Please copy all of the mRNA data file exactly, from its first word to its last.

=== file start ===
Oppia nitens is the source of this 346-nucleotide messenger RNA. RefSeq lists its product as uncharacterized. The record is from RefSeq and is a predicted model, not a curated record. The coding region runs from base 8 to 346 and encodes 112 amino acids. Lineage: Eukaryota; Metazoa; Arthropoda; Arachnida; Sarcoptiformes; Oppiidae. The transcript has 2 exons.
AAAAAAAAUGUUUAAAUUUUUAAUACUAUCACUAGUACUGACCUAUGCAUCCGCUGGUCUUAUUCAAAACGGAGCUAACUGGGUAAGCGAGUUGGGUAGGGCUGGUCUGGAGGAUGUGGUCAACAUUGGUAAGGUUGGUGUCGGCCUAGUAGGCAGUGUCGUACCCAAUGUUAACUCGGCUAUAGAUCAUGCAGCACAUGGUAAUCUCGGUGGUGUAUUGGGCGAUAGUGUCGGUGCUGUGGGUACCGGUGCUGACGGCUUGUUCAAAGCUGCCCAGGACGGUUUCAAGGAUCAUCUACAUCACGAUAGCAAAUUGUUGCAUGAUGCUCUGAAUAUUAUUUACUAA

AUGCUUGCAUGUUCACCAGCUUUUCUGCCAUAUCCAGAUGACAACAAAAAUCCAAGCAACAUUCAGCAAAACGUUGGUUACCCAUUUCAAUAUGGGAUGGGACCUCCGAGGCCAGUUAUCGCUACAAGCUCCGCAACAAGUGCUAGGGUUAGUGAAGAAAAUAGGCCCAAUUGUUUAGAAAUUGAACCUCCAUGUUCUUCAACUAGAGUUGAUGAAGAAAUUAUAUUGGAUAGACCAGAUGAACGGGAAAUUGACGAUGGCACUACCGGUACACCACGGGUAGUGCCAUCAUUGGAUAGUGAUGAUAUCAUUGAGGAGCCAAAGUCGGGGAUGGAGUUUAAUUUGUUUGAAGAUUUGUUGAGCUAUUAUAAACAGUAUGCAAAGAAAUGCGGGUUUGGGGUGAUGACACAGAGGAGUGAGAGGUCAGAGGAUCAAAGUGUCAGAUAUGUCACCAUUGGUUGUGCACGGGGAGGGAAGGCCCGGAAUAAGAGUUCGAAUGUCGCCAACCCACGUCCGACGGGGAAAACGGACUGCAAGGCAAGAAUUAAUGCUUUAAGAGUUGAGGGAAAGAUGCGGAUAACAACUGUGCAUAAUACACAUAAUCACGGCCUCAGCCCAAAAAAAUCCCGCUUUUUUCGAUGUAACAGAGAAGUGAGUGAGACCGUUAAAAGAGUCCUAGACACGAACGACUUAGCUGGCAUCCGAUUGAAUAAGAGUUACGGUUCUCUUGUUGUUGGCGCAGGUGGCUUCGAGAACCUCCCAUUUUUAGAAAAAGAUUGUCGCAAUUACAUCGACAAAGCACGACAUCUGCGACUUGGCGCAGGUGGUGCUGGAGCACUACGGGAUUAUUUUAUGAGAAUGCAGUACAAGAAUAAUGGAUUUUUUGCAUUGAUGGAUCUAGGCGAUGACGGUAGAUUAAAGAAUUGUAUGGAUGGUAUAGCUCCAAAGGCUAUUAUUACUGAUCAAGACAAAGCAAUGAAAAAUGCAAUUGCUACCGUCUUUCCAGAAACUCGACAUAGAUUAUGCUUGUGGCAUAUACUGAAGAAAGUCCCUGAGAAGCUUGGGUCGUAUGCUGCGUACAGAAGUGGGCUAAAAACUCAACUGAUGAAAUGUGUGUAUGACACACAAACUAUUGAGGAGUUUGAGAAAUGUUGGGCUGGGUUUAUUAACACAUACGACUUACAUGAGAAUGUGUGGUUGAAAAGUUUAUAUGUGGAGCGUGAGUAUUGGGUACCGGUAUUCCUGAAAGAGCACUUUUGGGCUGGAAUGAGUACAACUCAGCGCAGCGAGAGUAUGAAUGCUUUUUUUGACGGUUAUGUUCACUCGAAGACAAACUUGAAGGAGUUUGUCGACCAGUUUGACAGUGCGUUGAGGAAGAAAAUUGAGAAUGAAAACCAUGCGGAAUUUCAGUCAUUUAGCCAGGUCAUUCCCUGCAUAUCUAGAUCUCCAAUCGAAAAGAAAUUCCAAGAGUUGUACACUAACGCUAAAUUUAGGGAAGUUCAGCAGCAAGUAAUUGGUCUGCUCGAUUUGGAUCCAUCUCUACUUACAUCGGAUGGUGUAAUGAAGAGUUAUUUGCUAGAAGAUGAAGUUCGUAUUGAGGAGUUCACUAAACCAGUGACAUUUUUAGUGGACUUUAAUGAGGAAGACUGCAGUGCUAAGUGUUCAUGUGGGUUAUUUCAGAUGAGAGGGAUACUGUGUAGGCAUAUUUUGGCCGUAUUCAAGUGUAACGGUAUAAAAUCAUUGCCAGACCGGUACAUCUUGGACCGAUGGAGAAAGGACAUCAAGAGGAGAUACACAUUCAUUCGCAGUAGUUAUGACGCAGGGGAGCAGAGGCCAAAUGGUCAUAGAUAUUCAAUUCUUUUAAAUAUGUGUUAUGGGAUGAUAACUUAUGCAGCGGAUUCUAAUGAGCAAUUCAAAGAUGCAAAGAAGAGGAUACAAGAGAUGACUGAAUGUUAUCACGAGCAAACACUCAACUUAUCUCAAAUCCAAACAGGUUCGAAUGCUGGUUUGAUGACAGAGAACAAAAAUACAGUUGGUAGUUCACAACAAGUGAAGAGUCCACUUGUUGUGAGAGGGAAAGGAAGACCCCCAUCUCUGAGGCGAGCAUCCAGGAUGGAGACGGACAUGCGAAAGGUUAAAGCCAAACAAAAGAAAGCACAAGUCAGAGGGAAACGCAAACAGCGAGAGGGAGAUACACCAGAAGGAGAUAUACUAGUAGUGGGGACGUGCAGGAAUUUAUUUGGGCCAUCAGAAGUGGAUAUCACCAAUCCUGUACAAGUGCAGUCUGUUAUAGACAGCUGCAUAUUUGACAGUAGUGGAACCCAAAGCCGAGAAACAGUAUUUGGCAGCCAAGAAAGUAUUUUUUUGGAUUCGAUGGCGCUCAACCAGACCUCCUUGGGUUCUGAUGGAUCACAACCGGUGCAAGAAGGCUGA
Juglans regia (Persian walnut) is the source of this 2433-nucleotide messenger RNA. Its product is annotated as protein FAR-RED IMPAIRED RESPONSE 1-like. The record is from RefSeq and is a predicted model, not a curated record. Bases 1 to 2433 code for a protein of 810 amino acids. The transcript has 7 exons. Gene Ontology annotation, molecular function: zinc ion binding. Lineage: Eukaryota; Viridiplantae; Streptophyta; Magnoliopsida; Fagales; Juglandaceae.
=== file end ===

Oppia nitens is the source of this 346-nucleotide messenger RNA. RefSeq lists its product as uncharacterized. The record is from RefSeq and is a predicted model, not a curated record. The coding region runs from base 8 to 346 and encodes 112 amino acids. Lineage: Eukaryota; Metazoa; Arthropoda; Arachnida; Sarcoptiformes; Oppiidae. The transcript has 2 exons.
AAAAAAAAUGUUUAAAUUUUUAAUACUAUCACUAGUACUGACCUAUGCAUCCGCUGGUCUUAUUCAAAACGGAGCUAACUGGGUAAGCGAGUUGGGUAGGGCUGGUCUGGAGGAUGUGGUCAACAUUGGUAAGGUUGGUGUCGGCCUAGUAGGCAGUGUCGUACCCAAUGUUAACUCGGCUAUAGAUCAUGCAGCACAUGGUAAUCUCGGUGGUGUAUUGGGCGAUAGUGUCGGUGCUGUGGGUACCGGUGCUGACGGCUUGUUCAAAGCUGCCCAGGACGGUUUCAAGGAUCAUCUACAUCACGAUAGCAAAUUGUUGCAUGAUGCUCUGAAUAUUAUUUACUAA

AUGCUUGCAUGUUCACCAGCUUUUCUGCCAUAUCCAGAUGACAACAAAAAUCCAAGCAACAUUCAGCAAAACGUUGGUUACCCAUUUCAAUAUGGGAUGGGACCUCCGAGGCCAGUUAUCGCUACAAGCUCCGCAACAAGUGCUAGGGUUAGUGAAGAAAAUAGGCCCAAUUGUUUAGAAAUUGAACCUCCAUGUUCUUCAACUAGAGUUGAUGAAGAAAUUAUAUUGGAUAGACCAGAUGAACGGGAAAUUGACGAUGGCACUACCGGUACACCACGGGUAGUGCCAUCAUUGGAUAGUGAUGAUAUCAUUGAGGAGCCAAAGUCGGGGAUGGAGUUUAAUUUGUUUGAAGAUUUGUUGAGCUAUUAUAAACAGUAUGCAAAGAAAUGCGGGUUUGGGGUGAUGACACAGAGGAGUGAGAGGUCAGAGGAUCAAAGUGUCAGAUAUGUCACCAUUGGUUGUGCACGGGGAGGGAAGGCCCGGAAUAAGAGUUCGAAUGUCGCCAACCCACGUCCGACGGGGAAAACGGACUGCAAGGCAAGAAUUAAUGCUUUAAGAGUUGAGGGAAAGAUGCGGAUAACAACUGUGCAUAAUACACAUAAUCACGGCCUCAGCCCAAAAAAAUCCCGCUUUUUUCGAUGUAACAGAGAAGUGAGUGAGACCGUUAAAAGAGUCCUAGACACGAACGACUUAGCUGGCAUCCGAUUGAAUAAGAGUUACGGUUCUCUUGUUGUUGGCGCAGGUGGCUUCGAGAACCUCCCAUUUUUAGAAAAAGAUUGUCGCAAUUACAUCGACAAAGCACGACAUCUGCGACUUGGCGCAGGUGGUGCUGGAGCACUACGGGAUUAUUUUAUGAGAAUGCAGUACAAGAAUAAUGGAUUUUUUGCAUUGAUGGAUCUAGGCGAUGACGGUAGAUUAAAGAAUUGUAUGGAUGGUAUAGCUCCAAAGGCUAUUAUUACUGAUCAAGACAAAGCAAUGAAAAAUGCAAUUGCUACCGUCUUUCCAGAAACUCGACAUAGAUUAUGCUUGUGGCAUAUACUGAAGAAAGUCCCUGAGAAGCUUGGGUCGUAUGCUGCGUACAGAAGUGGGCUAAAAACUCAACUGAUGAAAUGUGUGUAUGACACACAAACUAUUGAGGAGUUUGAGAAAUGUUGGGCUGGGUUUAUUAACACAUACGACUUACAUGAGAAUGUGUGGUUGAAAAGUUUAUAUGUGGAGCGUGAGUAUUGGGUACCGGUAUUCCUGAAAGAGCACUUUUGGGCUGGAAUGAGUACAACUCAGCGCAGCGAGAGUAUGAAUGCUUUUUUUGACGGUUAUGUUCACUCGAAGACAAACUUGAAGGAGUUUGUCGACCAGUUUGACAGUGCGUUGAGGAAGAAAAUUGAGAAUGAAAACCAUGCGGAAUUUCAGUCAUUUAGCCAGGUCAUUCCCUGCAUAUCUAGAUCUCCAAUCGAAAAGAAAUUCCAAGAGUUGUACACUAACGCUAAAUUUAGGGAAGUUCAGCAGCAAGUAAUUGGUCUGCUCGAUUUGGAUCCAUCUCUACUUACAUCGGAUGGUGUAAUGAAGAGUUAUUUGCUAGAAGAUGAAGUUCGUAUUGAGGAGUUCACUAAACCAGUGACAUUUUUAGUGGACUUUAAUGAGGAAGACUGCAGUGCUAAGUGUUCAUGUGGGUUAUUUCAGAUGAGAGGGAUACUGUGUAGGCAUAUUUUGGCCGUAUUCAAGUGUAACGGUAUAAAAUCAUUGCCAGACCGGUACAUCUUGGACCGAUGGAGAAAGGACAUCAAGAGGAGAUACACAUUCAUUCGCAGUAGUUAUGACGCAGGGGAGCAGAGGCCAAAUGGUCAUAGAUAUUCAAUUCUUUUAAAUAUGUGUUAUGGGAUGAUAACUUAUGCAGCGGAUUCUAAUGAGCAAUUCAAAGAUGCAAAGAAGAGGAUACAAGAGAUGACUGAAUGUUAUCACGAGCAAACACUCAACUUAUCUCAAAUCCAAACAGGUUCGAAUGCUGGUUUGAUGACAGAGAACAAAAAUACAGUUGGUAGUUCACAACAAGUGAAGAGUCCACUUGUUGUGAGAGGGAAAGGAAGACCCCCAUCUCUGAGGCGAGCAUCCAGGAUGGAGACGGACAUGCGAAAGGUUAAAGCCAAACAAAAGAAAGCACAAGUCAGAGGGAAACGCAAACAGCGAGAGGGAGAUACACCAGAAGGAGAUAUACUAGUAGUGGGGACGUGCAGGAAUUUAUUUGGGCCAUCAGAAGUGGAUAUCACCAAUCCUGUACAAGUGCAGUCUGUUAUAGACAGCUGCAUAUUUGACAGUAGUGGAACCCAAAGCCGAGAAACAGUAUUUGGCAGCCAAGAAAGUAUUUUUUUGGAUUCGAUGGCGCUCAACCAGACCUCCUUGGGUUCUGAUGGAUCACAACCGGUGCAAGAAGGCUGA
Juglans regia (Persian walnut) is the source of this 2433-nucleotide messenger RNA. Its product is annotated as protein FAR-RED IMPAIRED RESPONSE 1-like. The record is from RefSeq and is a predicted model, not a curated record. Bases 1 to 2433 code for a protein of 810 amino acids. The transcript has 7 exons. Gene Ontology annotation, molecular function: zinc ion binding. Lineage: Eukaryota; Viridiplantae; Streptophyta; Magnoliopsida; Fagales; Juglandaceae.